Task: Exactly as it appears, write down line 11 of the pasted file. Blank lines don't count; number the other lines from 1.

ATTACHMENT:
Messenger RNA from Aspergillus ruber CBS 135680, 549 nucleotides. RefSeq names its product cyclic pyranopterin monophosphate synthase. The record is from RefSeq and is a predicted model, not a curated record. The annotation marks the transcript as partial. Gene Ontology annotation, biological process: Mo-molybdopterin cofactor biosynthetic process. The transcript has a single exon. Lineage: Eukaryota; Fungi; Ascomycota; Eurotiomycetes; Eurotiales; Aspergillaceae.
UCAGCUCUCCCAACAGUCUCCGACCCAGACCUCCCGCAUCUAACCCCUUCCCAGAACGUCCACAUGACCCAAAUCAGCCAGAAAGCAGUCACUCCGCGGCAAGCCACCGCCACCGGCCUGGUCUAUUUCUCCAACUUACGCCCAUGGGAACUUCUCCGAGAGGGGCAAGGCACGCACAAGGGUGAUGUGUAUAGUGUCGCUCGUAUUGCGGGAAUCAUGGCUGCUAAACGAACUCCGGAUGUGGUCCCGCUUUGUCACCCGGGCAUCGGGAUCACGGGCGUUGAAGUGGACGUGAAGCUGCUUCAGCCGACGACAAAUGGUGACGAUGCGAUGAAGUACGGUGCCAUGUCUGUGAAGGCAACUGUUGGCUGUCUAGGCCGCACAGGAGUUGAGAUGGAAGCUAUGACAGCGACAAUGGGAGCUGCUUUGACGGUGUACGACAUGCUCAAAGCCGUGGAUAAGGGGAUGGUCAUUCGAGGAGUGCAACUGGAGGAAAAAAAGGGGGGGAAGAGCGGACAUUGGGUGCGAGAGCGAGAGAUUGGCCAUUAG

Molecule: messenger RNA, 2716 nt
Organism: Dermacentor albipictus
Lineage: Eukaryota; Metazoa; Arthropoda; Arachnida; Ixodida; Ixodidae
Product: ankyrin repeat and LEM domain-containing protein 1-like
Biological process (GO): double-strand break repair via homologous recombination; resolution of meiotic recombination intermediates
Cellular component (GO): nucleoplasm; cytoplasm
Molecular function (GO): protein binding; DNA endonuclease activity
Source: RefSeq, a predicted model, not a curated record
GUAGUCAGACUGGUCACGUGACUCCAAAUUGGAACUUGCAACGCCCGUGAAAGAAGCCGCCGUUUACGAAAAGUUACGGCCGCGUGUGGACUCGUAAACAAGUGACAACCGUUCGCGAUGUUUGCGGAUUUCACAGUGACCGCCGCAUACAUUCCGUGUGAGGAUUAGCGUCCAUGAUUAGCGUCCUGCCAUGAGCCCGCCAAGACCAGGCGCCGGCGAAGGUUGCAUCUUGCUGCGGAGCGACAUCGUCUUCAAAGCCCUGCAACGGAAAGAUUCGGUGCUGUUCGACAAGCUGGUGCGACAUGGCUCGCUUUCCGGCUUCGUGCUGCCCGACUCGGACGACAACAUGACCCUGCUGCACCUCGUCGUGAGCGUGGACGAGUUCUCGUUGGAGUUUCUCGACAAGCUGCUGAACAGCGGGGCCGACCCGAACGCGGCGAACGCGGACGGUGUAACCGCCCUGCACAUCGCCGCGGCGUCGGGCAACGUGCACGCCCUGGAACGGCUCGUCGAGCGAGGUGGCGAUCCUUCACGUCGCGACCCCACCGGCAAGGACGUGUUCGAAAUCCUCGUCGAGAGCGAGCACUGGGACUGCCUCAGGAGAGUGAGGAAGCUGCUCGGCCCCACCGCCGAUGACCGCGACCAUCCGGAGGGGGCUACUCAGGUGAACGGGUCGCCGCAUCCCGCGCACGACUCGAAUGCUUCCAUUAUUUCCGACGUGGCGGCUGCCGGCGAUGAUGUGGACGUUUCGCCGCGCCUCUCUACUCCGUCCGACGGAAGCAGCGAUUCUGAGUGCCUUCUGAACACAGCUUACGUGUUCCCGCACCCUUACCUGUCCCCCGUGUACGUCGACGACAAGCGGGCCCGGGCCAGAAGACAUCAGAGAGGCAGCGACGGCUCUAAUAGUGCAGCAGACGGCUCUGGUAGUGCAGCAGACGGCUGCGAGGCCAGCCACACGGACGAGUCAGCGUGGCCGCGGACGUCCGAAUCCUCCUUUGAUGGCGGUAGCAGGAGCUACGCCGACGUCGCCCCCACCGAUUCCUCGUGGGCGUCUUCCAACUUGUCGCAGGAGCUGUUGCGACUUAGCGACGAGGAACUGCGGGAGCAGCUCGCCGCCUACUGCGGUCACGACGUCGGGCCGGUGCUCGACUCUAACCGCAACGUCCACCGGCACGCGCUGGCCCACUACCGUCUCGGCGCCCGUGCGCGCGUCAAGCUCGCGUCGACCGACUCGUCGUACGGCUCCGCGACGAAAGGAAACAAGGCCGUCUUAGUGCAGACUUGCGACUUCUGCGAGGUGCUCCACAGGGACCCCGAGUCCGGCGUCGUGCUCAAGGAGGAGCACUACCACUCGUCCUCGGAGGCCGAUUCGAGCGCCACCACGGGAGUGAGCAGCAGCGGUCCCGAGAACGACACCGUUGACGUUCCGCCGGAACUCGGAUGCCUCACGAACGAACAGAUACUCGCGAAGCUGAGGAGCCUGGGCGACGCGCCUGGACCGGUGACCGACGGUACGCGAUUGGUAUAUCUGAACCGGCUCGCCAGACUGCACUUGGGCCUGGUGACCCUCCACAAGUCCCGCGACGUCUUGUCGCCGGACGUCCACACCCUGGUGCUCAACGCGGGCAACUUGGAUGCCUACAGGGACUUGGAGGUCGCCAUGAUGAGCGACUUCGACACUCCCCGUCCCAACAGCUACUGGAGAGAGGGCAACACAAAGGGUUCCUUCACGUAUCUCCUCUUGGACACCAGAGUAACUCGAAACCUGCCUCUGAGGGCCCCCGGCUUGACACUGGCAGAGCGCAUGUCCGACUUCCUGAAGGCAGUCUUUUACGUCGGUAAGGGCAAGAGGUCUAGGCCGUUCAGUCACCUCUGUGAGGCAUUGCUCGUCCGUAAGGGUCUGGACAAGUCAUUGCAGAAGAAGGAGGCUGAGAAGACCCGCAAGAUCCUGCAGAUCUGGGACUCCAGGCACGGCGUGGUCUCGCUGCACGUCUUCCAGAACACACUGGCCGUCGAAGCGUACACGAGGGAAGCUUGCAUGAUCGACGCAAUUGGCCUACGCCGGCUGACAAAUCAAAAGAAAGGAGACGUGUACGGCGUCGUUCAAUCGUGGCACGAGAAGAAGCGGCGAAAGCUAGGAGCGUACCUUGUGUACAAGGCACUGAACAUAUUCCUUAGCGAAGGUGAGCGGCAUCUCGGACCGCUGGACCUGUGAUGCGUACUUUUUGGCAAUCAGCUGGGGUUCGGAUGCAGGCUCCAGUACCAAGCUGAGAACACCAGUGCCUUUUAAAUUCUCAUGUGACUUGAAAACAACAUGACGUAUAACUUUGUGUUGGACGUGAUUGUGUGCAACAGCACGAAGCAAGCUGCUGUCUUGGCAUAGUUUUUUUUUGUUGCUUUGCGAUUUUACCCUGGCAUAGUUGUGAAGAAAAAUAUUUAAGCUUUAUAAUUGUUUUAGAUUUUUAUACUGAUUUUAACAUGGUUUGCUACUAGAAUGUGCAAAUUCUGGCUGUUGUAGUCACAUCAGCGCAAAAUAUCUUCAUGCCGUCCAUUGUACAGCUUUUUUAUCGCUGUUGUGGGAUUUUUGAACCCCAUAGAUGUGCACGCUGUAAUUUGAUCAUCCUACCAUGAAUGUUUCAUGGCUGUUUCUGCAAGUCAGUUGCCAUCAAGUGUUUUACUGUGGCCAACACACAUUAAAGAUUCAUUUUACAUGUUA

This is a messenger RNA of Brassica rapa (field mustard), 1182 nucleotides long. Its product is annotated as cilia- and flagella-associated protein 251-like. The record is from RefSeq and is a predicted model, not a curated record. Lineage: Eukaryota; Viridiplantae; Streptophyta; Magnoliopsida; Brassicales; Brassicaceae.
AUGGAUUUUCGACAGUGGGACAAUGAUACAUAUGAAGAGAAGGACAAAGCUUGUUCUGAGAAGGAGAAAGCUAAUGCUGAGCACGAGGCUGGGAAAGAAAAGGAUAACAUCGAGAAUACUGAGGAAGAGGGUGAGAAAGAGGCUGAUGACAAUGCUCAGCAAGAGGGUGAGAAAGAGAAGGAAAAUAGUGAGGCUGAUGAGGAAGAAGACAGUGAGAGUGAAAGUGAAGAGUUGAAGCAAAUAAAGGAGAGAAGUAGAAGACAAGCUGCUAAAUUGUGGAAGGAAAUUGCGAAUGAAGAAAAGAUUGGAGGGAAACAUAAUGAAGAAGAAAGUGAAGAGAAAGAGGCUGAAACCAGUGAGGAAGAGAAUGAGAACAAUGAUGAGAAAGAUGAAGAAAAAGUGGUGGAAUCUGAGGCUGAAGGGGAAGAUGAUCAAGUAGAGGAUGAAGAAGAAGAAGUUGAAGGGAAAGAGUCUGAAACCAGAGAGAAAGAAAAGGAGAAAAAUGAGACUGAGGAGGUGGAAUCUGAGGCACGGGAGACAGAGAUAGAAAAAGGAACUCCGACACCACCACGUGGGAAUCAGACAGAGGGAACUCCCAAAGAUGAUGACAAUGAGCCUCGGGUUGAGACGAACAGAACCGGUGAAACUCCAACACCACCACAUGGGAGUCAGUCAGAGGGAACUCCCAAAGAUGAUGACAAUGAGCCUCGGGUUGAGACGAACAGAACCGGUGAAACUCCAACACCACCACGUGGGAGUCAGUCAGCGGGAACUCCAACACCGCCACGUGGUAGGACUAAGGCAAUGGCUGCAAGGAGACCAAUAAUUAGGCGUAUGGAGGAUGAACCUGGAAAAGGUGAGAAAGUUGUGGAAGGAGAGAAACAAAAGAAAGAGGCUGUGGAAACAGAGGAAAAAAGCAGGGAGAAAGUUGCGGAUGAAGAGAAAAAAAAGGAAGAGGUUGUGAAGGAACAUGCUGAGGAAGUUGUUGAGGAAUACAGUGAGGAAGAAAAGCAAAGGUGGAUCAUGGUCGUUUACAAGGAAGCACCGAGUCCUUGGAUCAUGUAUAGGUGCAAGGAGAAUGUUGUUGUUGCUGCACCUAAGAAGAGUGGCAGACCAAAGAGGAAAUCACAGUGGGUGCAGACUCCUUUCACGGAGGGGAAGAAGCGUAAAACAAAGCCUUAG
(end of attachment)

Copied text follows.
GUAGUCAGACUGGUCACGUGACUCCAAAUUGGAACUUGCAACGCCCGUGAAAGAAGCCGCCGUUUACGAAAAGUUACGGCCGCGUGUGGACUCGUAAACAAGUGACAACCGUUCGCGAUGUUUGCGGAUUUCACAGUGACCGCCGCAUACAUUCCGUGUGAGGAUUAGCGUCCAUGAUUAGCGUCCUGCCAUGAGCCCGCCAAGACCAGGCGCCGGCGAAGGUUGCAUCUUGCUGCGGAGCGACAUCGUCUUCAAAGCCCUGCAACGGAAAGAUUCGGUGCUGUUCGACAAGCUGGUGCGACAUGGCUCGCUUUCCGGCUUCGUGCUGCCCGACUCGGACGACAACAUGACCCUGCUGCACCUCGUCGUGAGCGUGGACGAGUUCUCGUUGGAGUUUCUCGACAAGCUGCUGAACAGCGGGGCCGACCCGAACGCGGCGAACGCGGACGGUGUAACCGCCCUGCACAUCGCCGCGGCGUCGGGCAACGUGCACGCCCUGGAACGGCUCGUCGAGCGAGGUGGCGAUCCUUCACGUCGCGACCCCACCGGCAAGGACGUGUUCGAAAUCCUCGUCGAGAGCGAGCACUGGGACUGCCUCAGGAGAGUGAGGAAGCUGCUCGGCCCCACCGCCGAUGACCGCGACCAUCCGGAGGGGGCUACUCAGGUGAACGGGUCGCCGCAUCCCGCGCACGACUCGAAUGCUUCCAUUAUUUCCGACGUGGCGGCUGCCGGCGAUGAUGUGGACGUUUCGCCGCGCCUCUCUACUCCGUCCGACGGAAGCAGCGAUUCUGAGUGCCUUCUGAACACAGCUUACGUGUUCCCGCACCCUUACCUGUCCCCCGUGUACGUCGACGACAAGCGGGCCCGGGCCAGAAGACAUCAGAGAGGCAGCGACGGCUCUAAUAGUGCAGCAGACGGCUCUGGUAGUGCAGCAGACGGCUGCGAGGCCAGCCACACGGACGAGUCAGCGUGGCCGCGGACGUCCGAAUCCUCCUUUGAUGGCGGUAGCAGGAGCUACGCCGACGUCGCCCCCACCGAUUCCUCGUGGGCGUCUUCCAACUUGUCGCAGGAGCUGUUGCGACUUAGCGACGAGGAACUGCGGGAGCAGCUCGCCGCCUACUGCGGUCACGACGUCGGGCCGGUGCUCGACUCUAACCGCAACGUCCACCGGCACGCGCUGGCCCACUACCGUCUCGGCGCCCGUGCGCGCGUCAAGCUCGCGUCGACCGACUCGUCGUACGGCUCCGCGACGAAAGGAAACAAGGCCGUCUUAGUGCAGACUUGCGACUUCUGCGAGGUGCUCCACAGGGACCCCGAGUCCGGCGUCGUGCUCAAGGAGGAGCACUACCACUCGUCCUCGGAGGCCGAUUCGAGCGCCACCACGGGAGUGAGCAGCAGCGGUCCCGAGAACGACACCGUUGACGUUCCGCCGGAACUCGGAUGCCUCACGAACGAACAGAUACUCGCGAAGCUGAGGAGCCUGGGCGACGCGCCUGGACCGGUGACCGACGGUACGCGAUUGGUAUAUCUGAACCGGCUCGCCAGACUGCACUUGGGCCUGGUGACCCUCCACAAGUCCCGCGACGUCUUGUCGCCGGACGUCCACACCCUGGUGCUCAACGCGGGCAACUUGGAUGCCUACAGGGACUUGGAGGUCGCCAUGAUGAGCGACUUCGACACUCCCCGUCCCAACAGCUACUGGAGAGAGGGCAACACAAAGGGUUCCUUCACGUAUCUCCUCUUGGACACCAGAGUAACUCGAAACCUGCCUCUGAGGGCCCCCGGCUUGACACUGGCAGAGCGCAUGUCCGACUUCCUGAAGGCAGUCUUUUACGUCGGUAAGGGCAAGAGGUCUAGGCCGUUCAGUCACCUCUGUGAGGCAUUGCUCGUCCGUAAGGGUCUGGACAAGUCAUUGCAGAAGAAGGAGGCUGAGAAGACCCGCAAGAUCCUGCAGAUCUGGGACUCCAGGCACGGCGUGGUCUCGCUGCACGUCUUCCAGAACACACUGGCCGUCGAAGCGUACACGAGGGAAGCUUGCAUGAUCGACGCAAUUGGCCUACGCCGGCUGACAAAUCAAAAGAAAGGAGACGUGUACGGCGUCGUUCAAUCGUGGCACGAGAAGAAGCGGCGAAAGCUAGGAGCGUACCUUGUGUACAAGGCACUGAACAUAUUCCUUAGCGAAGGUGAGCGGCAUCUCGGACCGCUGGACCUGUGAUGCGUACUUUUUGGCAAUCAGCUGGGGUUCGGAUGCAGGCUCCAGUACCAAGCUGAGAACACCAGUGCCUUUUAAAUUCUCAUGUGACUUGAAAACAACAUGACGUAUAACUUUGUGUUGGACGUGAUUGUGUGCAACAGCACGAAGCAAGCUGCUGUCUUGGCAUAGUUUUUUUUUGUUGCUUUGCGAUUUUACCCUGGCAUAGUUGUGAAGAAAAAUAUUUAAGCUUUAUAAUUGUUUUAGAUUUUUAUACUGAUUUUAACAUGGUUUGCUACUAGAAUGUGCAAAUUCUGGCUGUUGUAGUCACAUCAGCGCAAAAUAUCUUCAUGCCGUCCAUUGUACAGCUUUUUUAUCGCUGUUGUGGGAUUUUUGAACCCCAUAGAUGUGCACGCUGUAAUUUGAUCAUCCUACCAUGAAUGUUUCAUGGCUGUUUCUGCAAGUCAGUUGCCAUCAAGUGUUUUACUGUGGCCAACACACAUUAAAGAUUCAUUUUACAUGUUA